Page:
Higher Chemistry (rates of reaction)Watch
The rate of a reaction is usually thought of as the change in the concentration of products or reactants over time. In those reactions where the change in quantity is easily measured, the average rate of reaction can be calculated:
Average Rate is expressed in units such as g s-1, cm3 s-1 or mol l-1 s-1
However, it can be difficult to measure the product being produced or reactant used up – possibly because the reaction is very quick. The time taken for the reaction to complete can be used to calculate the relative rate of reaction. This is found by taking the reciprocal of the time to complete the reaction (1/t):
Relative rate of reaction is therefore expressed in units such as s-1 (per second).
Rates of chemical reactions can be controlled by chemists.
If reaction rates are too low, a manufacturing process will not be economically viable.
If reaction rates are too high, there is a risk of thermal explosion.
The rates of reactions are affected by changes in concentration, particle size and temperature, and collision theory can be used to explain these effects.
Graphs which use the same axes and place the results for different experiments in which the concentration or temperature are varied from one experiment to the next are common and show us how that variable affects the reaction progress.
Temperature is a measure of the average kinetic energy of the particles of a substance.
Activation energy is the minimum kinetic energy required by colliding particles before reaction can occur.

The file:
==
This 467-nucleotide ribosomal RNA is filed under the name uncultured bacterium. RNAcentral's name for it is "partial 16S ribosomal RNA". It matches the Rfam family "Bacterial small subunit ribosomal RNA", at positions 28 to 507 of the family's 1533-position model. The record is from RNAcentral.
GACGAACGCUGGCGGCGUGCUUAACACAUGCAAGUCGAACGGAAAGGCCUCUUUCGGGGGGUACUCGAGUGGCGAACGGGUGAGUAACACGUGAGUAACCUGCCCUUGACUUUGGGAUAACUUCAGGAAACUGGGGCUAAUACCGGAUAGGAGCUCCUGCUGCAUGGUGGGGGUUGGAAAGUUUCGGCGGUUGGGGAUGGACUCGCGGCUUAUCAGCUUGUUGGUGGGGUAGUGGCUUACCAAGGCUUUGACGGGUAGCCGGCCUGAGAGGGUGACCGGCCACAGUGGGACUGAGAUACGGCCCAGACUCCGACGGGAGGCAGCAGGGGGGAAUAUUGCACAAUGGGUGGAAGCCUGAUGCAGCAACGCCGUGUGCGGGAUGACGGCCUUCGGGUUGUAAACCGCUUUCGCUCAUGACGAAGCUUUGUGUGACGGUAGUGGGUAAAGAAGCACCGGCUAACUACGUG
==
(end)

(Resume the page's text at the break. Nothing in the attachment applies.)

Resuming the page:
Energy distribution diagrams can be used to explain how an increase in temperature or, in some chemical reactions, the energy from light increases the number of particles with energy greater than the activation energy (Ea/EA).
Reactions increase their rate at higher temperatures because a higher proportion of the molecules involved have energy in excess of the activation energy so more successful collisions can occur.
A 10°C rise is responsible for an approximate doubling of rate in many reactions.
The effect of temperature on reaction rate can be explained in terms of an increase in the number of particles with energy greater than the activation energy.
Scholar is the best thing ever, i'm just putting up these summary notes incase anyone cannot access scholar. i hope this helps anyone in need of this
I've noticed a lot of people struggle with the topic of rates of reaction and particularly the underlying chemistry aspect of it so i'm posting notes i've taken on rates of reaction from last year to help anyone because i know i would've loved help like this last year.
Bringing intra and intermolecular bonds into things is a problem waiting to happen. What about, for example, HCl(aq) + NaOH(aq)?
Your essay doesn't really get across the importance of "frequency" too well, e.g. "The rate of the reaction will depend on the number of successful collisions taking place" (this needs something like "per second" adding) and "so they are more likely to collide more often" (you should avoid "more likely" type statements and just stick to something like "they collide more often").
The units of rate are not always s-1.
" In general, the higher the concentration of the reactant, the faster the rate of the reaction" - this is not true for zero order reactants.